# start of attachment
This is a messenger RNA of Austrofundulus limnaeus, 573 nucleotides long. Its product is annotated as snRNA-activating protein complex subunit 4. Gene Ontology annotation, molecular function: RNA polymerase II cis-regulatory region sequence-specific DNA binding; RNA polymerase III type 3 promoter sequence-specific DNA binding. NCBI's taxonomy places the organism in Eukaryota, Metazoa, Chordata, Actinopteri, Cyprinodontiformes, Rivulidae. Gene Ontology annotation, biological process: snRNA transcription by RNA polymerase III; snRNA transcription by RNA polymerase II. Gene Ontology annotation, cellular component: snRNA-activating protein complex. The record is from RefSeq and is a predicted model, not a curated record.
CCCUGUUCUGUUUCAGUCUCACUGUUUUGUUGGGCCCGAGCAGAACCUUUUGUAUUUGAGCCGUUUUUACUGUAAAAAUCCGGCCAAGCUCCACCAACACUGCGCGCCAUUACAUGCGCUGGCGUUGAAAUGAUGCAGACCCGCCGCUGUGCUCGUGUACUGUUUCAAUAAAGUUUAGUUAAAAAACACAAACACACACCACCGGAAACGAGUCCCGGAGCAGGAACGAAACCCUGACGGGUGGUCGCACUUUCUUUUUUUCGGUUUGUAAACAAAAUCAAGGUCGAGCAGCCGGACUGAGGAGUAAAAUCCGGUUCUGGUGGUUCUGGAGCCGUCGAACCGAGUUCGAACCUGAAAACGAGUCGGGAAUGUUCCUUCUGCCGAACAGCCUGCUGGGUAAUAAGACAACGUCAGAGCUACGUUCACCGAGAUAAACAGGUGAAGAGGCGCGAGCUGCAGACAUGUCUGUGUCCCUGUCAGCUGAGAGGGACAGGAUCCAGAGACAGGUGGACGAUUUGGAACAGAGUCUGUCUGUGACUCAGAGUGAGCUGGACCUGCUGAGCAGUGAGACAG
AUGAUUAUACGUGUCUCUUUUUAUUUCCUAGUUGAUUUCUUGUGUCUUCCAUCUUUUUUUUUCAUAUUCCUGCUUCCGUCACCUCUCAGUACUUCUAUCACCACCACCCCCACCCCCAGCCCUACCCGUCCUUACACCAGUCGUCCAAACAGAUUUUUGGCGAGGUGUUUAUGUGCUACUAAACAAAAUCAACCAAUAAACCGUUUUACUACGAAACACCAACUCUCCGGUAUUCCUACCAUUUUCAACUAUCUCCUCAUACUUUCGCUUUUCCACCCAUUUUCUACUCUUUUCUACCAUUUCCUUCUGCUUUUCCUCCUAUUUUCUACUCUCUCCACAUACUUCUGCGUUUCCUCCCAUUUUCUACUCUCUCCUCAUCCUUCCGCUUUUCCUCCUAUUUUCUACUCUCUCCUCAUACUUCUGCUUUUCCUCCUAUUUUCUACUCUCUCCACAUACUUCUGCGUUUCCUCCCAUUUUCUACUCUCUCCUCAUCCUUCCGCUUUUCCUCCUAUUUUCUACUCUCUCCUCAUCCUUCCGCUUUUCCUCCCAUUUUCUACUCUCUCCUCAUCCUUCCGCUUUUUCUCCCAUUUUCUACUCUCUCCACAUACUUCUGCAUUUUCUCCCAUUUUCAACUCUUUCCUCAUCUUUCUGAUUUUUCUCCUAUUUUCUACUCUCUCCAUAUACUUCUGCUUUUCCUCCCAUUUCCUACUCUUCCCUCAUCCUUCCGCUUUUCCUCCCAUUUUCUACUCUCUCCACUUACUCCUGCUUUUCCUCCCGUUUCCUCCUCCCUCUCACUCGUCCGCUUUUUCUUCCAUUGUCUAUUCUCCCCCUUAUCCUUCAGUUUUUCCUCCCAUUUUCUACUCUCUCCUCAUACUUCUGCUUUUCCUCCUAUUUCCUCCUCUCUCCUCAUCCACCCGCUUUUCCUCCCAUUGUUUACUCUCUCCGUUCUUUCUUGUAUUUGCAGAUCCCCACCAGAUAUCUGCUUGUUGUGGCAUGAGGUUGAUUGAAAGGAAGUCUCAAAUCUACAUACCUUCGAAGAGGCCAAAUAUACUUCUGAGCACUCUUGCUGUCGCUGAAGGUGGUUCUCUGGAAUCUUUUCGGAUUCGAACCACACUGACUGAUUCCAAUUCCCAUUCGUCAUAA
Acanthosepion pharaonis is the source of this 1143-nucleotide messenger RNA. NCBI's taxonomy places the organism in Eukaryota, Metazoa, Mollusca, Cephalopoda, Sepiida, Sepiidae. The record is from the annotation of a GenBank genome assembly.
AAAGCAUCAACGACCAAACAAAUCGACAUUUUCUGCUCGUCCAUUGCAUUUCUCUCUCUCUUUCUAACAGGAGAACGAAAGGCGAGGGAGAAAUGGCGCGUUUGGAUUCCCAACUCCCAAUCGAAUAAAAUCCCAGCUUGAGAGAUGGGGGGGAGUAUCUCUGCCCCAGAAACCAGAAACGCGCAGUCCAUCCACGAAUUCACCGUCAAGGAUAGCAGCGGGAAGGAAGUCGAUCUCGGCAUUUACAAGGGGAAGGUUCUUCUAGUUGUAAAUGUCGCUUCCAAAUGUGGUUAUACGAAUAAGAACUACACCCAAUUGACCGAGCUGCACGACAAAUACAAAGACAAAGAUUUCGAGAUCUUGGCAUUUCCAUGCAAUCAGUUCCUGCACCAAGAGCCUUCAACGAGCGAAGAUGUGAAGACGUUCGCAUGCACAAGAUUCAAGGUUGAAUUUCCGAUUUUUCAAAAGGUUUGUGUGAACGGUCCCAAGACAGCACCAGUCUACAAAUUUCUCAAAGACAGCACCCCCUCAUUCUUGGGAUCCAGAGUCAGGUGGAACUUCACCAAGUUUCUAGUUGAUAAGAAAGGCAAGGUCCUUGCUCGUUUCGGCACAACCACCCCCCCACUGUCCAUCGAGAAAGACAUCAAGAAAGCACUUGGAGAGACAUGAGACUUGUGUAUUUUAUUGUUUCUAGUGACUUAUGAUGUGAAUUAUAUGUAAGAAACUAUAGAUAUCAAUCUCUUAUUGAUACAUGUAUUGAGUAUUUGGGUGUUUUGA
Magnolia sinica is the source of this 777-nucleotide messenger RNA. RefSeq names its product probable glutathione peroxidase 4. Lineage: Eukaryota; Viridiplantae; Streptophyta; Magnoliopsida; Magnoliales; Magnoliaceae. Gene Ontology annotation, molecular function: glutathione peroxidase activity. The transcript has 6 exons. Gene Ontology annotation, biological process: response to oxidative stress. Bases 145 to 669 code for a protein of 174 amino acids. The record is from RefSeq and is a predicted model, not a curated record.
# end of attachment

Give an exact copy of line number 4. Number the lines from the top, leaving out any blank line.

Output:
Acanthosepion pharaonis is the source of this 1143-nucleotide messenger RNA. NCBI's taxonomy places the organism in Eukaryota, Metazoa, Mollusca, Cephalopoda, Sepiida, Sepiidae. The record is from the annotation of a GenBank genome assembly.